When you know that dust mites are among the causes of your child’s allergic symptoms, you may want to reach for the vacuum cleaner every time you spy a trace of dust on the furniture.
But vacuuming may not be the solution.
Use of a normally efficient vacuum cleaner stirs up clouds of fine dust that can hang about in the air for up to 8 hours and make sneezing, runny nose, and itchiness worse. It’s best to wait until your allergic child is out of the house—at school for the day, for example—before vacuuming. Or to avoid stirring up dust, invest in a vacuum cleaner with a high-efficiency particulate air (HEPA) filter.
Dust Mites to Dust:
Dust mites are the main source of allergens in house dust. It’s difficult for many people who are allergic to accept that these creatures, invisible except under a microscope, can be present in large numbers even in a thoroughly cleaned home. Some are convinced only when symptoms improve as a result of mite-containment measures.
Dust mites are members of the same family as spiders. Too small to be seen with the naked eye, they find a home wherever humans live. Dust mites don’t ask for much in life. They feed on any protein that comes their way and find easy pickings in the dead skin scales that humans shed every day. Apart from this simple diet, they need only a moderately warm, moist atmosphere, with a temperature of 65°F or higher and humidity around 65%. Bedding is the ideal dust mite home; after all, bedding offers warmth, sufficient moisture, plenty of skin, and fibrous materials to which dust mites can cling with their barbed legs. They also thrive in upholstered furniture, clothing, soft toys, and carpets.
The dust mite eats and excretes pellets of feces that are about the size of pollen grains, and finds other dust mites, with which it produces many offspring. Their fecal pellets enter the general household dust to become the main source of allergens. Eventually, as mites die off, their dried-out carcasses, composed of allergenic proteins, also join the dust. Over years, they can add many pounds to the weight of a mattress.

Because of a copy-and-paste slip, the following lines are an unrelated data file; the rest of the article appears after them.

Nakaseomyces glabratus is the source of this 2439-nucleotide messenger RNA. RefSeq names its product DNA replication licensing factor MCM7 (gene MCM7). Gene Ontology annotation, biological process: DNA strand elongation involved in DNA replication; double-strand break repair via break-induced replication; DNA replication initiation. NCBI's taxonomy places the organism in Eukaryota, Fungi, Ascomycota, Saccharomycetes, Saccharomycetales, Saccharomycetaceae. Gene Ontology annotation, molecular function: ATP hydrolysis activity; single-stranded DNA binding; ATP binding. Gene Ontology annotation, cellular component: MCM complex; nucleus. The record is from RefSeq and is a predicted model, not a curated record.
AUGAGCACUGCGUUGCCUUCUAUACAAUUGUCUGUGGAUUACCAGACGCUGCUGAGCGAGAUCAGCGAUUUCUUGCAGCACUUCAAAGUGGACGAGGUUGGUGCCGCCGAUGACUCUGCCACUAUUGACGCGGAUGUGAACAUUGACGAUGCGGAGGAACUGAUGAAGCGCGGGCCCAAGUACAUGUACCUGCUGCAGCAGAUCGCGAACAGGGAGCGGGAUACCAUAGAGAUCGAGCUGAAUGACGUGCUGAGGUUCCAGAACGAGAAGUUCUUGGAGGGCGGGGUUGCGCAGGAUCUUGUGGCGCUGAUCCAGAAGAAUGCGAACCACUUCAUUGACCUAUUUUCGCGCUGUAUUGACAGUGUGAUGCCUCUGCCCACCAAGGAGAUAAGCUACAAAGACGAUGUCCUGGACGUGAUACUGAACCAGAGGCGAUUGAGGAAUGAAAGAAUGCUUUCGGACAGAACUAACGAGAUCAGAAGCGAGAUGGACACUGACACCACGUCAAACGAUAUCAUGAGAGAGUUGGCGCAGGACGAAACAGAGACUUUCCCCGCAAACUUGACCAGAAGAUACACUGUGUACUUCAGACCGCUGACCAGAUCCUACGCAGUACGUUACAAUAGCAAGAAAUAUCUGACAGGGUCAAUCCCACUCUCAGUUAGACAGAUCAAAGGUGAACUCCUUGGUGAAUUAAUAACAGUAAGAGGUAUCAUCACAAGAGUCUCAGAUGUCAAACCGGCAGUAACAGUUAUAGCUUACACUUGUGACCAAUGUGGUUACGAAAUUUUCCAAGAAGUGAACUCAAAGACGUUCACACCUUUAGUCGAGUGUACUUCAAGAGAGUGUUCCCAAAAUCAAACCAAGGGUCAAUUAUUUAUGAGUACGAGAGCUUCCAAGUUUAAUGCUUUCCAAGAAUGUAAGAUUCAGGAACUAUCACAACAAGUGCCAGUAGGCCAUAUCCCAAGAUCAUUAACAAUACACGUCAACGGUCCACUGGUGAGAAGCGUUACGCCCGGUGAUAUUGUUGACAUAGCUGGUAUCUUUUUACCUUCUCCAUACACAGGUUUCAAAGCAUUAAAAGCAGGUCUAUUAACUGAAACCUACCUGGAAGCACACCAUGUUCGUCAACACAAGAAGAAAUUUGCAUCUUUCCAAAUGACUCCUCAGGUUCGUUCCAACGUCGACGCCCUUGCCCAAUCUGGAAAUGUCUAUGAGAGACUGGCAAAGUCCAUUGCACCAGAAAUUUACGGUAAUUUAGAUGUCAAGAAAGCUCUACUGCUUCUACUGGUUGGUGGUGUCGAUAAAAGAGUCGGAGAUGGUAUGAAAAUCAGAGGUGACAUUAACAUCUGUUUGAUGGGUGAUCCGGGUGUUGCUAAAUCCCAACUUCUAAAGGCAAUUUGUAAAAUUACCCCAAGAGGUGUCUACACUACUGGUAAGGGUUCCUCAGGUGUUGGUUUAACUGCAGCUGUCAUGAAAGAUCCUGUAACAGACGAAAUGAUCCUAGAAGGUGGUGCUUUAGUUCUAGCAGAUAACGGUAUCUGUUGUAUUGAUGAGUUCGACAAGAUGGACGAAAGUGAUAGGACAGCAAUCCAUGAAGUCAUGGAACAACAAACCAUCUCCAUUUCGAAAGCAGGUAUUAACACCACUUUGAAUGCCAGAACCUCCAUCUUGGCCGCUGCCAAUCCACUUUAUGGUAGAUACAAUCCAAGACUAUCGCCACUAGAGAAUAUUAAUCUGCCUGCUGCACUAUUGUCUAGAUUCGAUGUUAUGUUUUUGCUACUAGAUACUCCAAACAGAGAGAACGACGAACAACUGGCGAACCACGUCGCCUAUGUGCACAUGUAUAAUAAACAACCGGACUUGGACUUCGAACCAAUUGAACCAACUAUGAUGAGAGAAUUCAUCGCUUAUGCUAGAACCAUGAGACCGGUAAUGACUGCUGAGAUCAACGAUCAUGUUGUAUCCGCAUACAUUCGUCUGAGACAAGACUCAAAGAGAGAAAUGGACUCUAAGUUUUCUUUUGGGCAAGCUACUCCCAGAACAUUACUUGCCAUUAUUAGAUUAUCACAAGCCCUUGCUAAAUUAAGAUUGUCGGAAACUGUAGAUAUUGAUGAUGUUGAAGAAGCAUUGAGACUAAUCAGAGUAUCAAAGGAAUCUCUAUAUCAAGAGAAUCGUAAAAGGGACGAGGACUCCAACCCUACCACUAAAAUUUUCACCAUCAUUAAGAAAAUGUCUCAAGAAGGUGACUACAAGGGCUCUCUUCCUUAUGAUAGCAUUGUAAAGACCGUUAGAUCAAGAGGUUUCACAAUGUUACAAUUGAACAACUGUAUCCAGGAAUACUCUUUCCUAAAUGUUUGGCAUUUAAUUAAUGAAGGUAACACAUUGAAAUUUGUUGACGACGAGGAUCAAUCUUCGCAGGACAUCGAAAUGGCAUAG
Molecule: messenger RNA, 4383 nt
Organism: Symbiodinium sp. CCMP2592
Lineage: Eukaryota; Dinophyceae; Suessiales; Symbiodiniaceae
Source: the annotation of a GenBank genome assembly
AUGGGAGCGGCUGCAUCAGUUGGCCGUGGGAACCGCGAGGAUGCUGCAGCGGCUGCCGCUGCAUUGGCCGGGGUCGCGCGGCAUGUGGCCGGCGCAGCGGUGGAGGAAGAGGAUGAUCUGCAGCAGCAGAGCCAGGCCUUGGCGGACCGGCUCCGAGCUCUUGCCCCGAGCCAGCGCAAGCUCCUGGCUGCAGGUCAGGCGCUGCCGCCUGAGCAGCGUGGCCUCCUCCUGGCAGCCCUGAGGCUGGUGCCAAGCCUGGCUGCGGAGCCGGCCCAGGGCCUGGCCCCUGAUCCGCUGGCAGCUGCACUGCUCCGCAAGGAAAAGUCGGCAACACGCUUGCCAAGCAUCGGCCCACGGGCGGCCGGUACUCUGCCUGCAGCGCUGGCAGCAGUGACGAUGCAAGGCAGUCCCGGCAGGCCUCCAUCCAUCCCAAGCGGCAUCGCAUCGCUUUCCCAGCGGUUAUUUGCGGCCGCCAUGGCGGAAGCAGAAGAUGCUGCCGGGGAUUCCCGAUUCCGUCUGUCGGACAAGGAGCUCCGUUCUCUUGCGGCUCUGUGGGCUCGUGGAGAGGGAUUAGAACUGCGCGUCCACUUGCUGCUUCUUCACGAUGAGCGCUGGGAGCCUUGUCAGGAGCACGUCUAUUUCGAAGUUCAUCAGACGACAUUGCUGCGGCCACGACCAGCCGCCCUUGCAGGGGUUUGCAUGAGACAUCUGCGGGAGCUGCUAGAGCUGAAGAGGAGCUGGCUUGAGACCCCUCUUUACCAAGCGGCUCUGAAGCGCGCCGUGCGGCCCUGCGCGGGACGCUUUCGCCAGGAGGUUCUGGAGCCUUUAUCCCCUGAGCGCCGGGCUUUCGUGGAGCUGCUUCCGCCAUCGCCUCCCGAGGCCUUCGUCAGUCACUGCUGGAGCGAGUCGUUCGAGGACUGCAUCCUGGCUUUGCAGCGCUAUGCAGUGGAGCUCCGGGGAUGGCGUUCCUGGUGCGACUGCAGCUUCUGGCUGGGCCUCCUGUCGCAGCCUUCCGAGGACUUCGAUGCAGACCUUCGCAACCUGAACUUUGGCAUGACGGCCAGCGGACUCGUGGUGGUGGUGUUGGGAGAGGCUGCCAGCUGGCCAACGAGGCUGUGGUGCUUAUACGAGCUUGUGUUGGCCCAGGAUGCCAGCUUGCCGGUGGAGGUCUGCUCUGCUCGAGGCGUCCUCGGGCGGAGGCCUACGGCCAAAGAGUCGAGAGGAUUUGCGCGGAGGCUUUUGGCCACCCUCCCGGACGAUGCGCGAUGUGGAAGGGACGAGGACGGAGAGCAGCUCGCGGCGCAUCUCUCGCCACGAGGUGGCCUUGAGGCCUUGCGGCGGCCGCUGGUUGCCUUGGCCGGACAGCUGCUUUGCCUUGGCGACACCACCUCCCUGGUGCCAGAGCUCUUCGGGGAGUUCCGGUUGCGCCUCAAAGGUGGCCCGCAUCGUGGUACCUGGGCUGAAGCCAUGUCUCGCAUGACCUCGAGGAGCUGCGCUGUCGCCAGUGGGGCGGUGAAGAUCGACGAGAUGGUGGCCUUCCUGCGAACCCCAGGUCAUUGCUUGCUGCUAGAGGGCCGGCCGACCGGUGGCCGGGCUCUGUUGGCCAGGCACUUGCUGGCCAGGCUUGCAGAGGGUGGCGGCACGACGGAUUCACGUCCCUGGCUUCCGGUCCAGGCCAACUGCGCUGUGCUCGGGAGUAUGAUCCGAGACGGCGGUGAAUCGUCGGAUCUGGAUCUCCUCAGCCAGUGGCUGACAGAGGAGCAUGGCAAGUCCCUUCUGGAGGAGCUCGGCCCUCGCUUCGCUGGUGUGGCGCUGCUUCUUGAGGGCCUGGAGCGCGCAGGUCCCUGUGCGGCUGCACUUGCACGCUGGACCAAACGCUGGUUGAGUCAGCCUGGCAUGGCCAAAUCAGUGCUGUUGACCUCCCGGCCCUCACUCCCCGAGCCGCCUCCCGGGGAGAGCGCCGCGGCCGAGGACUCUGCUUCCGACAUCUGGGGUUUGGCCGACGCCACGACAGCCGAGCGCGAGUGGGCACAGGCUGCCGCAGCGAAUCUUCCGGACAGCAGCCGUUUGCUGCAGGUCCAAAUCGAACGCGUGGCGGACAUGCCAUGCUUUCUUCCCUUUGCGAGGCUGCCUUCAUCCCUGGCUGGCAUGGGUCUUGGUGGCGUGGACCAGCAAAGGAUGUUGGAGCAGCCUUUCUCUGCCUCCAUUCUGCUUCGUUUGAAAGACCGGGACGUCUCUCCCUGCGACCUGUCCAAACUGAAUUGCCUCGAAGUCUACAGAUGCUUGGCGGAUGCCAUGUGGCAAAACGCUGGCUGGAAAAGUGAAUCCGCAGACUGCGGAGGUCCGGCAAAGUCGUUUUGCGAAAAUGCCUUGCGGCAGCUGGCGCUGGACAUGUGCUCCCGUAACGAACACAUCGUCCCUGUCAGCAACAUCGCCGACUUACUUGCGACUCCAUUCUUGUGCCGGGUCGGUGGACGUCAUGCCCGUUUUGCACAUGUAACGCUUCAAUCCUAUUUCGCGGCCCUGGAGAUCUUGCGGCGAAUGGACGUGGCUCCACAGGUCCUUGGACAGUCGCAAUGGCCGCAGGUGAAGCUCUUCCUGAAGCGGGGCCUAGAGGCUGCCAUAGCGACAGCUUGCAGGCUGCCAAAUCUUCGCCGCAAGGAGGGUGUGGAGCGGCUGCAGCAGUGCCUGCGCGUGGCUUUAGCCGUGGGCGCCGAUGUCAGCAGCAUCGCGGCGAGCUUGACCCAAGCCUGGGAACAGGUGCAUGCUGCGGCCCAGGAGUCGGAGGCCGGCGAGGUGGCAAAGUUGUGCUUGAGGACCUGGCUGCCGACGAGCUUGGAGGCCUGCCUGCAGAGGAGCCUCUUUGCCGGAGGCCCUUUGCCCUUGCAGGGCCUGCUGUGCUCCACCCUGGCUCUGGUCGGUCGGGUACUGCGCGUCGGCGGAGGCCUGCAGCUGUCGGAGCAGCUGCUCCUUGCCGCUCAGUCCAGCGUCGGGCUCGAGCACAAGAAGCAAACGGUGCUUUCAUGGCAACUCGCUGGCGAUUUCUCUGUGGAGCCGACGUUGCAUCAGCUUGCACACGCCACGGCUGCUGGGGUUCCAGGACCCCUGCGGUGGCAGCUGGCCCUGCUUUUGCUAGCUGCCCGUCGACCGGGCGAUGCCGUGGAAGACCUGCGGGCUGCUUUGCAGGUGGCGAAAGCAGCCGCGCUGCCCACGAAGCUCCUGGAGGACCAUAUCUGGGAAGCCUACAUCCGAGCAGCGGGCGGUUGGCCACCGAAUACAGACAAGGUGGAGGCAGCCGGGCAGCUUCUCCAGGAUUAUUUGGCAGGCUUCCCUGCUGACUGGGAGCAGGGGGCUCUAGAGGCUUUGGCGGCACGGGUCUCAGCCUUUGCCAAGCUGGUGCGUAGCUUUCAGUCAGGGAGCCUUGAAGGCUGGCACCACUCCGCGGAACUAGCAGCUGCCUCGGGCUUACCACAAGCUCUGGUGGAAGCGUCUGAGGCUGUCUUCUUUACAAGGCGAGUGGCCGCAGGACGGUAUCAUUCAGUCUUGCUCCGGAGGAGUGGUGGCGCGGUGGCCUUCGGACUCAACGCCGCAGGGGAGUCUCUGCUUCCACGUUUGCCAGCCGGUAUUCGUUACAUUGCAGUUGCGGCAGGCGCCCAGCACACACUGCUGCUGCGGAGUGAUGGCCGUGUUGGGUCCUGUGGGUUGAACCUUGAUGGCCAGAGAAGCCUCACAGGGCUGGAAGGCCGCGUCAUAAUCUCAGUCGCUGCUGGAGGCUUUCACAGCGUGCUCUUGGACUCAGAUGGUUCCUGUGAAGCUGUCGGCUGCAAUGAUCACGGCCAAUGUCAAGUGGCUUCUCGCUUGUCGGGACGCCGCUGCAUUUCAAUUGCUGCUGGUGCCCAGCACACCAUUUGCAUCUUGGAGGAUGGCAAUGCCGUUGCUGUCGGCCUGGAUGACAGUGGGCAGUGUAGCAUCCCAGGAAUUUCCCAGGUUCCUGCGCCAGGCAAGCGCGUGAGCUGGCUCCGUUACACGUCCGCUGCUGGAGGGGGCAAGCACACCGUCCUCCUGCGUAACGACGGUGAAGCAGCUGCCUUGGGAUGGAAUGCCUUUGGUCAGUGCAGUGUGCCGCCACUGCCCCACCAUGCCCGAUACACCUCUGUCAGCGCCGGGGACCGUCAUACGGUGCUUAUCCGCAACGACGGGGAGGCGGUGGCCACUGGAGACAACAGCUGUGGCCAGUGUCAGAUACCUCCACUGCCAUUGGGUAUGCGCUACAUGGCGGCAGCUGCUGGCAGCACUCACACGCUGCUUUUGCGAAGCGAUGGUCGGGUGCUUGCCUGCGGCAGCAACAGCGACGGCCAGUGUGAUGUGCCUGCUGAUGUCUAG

To keep household dust levels down:Clean all non-carpeted floors at least once a week with a damp mop.Use a damp cloth to wipe flat surfaces, louver blinds, window ledges, and picture frames.Air-conditioning and keeping doors and windows closed are effective ways to keep your home free of allergens and irritants brought in by air from the outside. While it may be too costly to install air-conditioning throughout your home, you may find an economical way to install a unit in your allergic child’s bedroom. This could help your child sleep better at night and provide a low-allergen retreat on days when the pollen count is high. Air-conditioner filters should be checked and cleaned regularly, and sprayed with an anti-mildew aerosol to control the growth of molds.Families may find their allergic members have fewer symptoms when room air is filtered through a HEPA air cleaner. However, air filtration should complement, not replace, measures to control mites. In fact, air cleaners do not significantly reduce mite exposure and should not be recommended for dust mite control. A HEPA air cleaner can be installed centrally in a forced-air ventilation system, or used as a portable room unit and left on at night in your child’s bedroom (see below). When you run a room HEPA cleaning unit, make sure the windows of the room are shut and the bedroom door is closed.
Keep Humidity Low to Discourage Mites:
Dust mites flourish when the humidity is around 75% to 80%. These tiny cousins of spiders need water to survive but have no means of conserving it in their tissues. When the surrounding humidity falls below 50%, mites soon shrivel up and die. Thus, reducing household humidity can drastically reduce the dust mite population. A dehumidifier is useful for drying out the air. Take care to empty the water pan daily and scour it to stop the growth of microscopic molds.
Humidifier Use Can Promote Growth of Mites and Molds:
Any increase in humidity, such as when a humidifier is used, will encourage mites and molds to grow in your child’s room. If your child has problems with croup or other breathing difficulties, ask your pediatrician’s advice about the best way to ensure that the air in the bedroom is moist enough to breathe comfortably but dry enough to discourage mites and molds.